Yes, a bug should be added to the backlog and tracked just like any other story. I don't think they should follow any special rules though. a business value of 0 If a bug is important enough to be fixed, then it has non-zero business value. no complexity evaluation If you don't estimate the effort required to fix bugs, then you can't plan your ...


7

I see two possible options. First, don't break down the item. In this case, the work item (the story, ticket, whatever) represents the minimum valuable delivery of the work and can be estimated by the team and worked on. The team may break this out into subtasks (either in a tool or informally) and work on it, but the work is tracked at the level and is ...


7

The biggest problem I see with this is that you're looking at a mini-waterfall rather than a sprint. The description you're giving above forces the team to deliver all or nothing. What if they have 12 items in the sprint and deliver 9? Does that mean you won't test or release what has been done? If so then I dread your release schedule, every time any team ...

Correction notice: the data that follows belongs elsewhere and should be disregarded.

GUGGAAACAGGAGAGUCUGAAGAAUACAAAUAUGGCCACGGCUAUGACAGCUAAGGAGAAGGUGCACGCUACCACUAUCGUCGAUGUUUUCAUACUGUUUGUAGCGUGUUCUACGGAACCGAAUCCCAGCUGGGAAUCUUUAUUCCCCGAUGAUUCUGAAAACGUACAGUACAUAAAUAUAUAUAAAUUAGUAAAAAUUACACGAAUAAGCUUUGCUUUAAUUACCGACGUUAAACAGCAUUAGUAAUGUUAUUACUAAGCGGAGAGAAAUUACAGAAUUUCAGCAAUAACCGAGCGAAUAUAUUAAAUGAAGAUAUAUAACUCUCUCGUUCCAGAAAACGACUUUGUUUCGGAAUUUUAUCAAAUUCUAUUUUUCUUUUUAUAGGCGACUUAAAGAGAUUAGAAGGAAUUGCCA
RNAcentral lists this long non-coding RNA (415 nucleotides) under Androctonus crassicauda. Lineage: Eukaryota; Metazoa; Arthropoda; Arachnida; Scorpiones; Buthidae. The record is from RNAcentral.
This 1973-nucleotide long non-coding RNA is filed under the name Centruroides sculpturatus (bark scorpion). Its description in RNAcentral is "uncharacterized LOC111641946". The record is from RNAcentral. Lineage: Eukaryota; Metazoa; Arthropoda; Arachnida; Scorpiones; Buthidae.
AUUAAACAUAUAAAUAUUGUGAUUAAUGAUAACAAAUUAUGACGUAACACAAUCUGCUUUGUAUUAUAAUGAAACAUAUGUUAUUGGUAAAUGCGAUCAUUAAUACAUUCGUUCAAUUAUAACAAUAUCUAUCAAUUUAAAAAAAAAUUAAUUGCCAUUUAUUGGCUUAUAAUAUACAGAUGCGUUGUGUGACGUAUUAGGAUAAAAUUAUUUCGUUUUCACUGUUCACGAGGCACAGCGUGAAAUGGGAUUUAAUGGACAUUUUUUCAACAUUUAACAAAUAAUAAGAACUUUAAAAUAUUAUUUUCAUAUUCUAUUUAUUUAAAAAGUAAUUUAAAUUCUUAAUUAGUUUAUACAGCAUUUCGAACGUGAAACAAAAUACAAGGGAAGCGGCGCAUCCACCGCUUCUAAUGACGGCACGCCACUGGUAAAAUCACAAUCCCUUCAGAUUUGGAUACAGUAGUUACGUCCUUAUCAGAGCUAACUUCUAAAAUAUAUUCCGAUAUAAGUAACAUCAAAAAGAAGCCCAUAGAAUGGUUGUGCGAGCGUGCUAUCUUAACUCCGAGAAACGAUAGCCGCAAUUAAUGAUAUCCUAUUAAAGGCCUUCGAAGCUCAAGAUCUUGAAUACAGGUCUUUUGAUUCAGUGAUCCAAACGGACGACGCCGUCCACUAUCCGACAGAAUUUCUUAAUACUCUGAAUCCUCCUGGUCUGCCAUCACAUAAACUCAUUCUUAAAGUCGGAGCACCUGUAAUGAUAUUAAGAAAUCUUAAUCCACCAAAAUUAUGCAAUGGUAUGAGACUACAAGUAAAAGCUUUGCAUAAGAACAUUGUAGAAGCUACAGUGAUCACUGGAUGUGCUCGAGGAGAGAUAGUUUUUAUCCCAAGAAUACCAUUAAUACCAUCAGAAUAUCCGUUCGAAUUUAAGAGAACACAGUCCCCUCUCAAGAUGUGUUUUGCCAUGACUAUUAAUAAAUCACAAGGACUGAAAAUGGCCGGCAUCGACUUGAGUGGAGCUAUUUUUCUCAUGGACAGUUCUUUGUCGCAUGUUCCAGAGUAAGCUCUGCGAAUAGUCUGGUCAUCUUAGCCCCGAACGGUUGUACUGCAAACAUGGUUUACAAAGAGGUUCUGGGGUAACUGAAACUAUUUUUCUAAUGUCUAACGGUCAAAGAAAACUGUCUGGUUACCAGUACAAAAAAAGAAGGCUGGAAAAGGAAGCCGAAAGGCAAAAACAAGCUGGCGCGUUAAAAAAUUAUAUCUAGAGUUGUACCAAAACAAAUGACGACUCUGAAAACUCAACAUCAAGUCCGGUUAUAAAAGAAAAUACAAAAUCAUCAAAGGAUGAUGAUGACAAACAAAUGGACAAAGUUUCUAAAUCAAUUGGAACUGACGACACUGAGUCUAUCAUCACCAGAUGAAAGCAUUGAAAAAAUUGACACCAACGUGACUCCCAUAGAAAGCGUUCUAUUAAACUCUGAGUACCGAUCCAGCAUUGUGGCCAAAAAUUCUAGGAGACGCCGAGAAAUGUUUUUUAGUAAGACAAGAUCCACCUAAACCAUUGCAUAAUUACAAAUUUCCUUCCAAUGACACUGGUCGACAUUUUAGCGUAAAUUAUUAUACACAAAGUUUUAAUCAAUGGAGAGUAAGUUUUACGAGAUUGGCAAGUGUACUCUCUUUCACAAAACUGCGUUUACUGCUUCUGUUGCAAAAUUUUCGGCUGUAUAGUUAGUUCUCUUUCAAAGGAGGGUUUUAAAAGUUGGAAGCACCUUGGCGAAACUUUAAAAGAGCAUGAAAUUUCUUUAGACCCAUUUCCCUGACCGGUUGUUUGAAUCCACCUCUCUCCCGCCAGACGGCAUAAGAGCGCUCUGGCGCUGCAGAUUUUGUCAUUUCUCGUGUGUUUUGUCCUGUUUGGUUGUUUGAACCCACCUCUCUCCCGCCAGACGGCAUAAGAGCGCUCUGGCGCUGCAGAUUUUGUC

7

The ticket should be in the column it belongs in, which sounds pretty stupid to say and is exactly why I'm mentioning it. The ticket was being developed, then handed off to QA who found some defects. The ticket now goes back to an engineer to be fixed. Thus, the ticket should go back into development. Each column has a group of people or teams that are ...


7

You don't convert story points into money. The cost of a software development effort is a function of the team for a period of time, perhaps considering resources if you forward those costs along. However, story points do not convert to time, so you cannot use them as an input into cost. Story points are also highly volatile, so even if you tried to convert ...


7

I'm curious why you bother to do estimations at all if you don't have a way to eventually boil it down to approximate actual time. The only reason I can think of is to be able to say "that's too big" and break it down further. Anyway, the most common way to convert your estimates is to measure your actual performance over the last several months. If you ...


6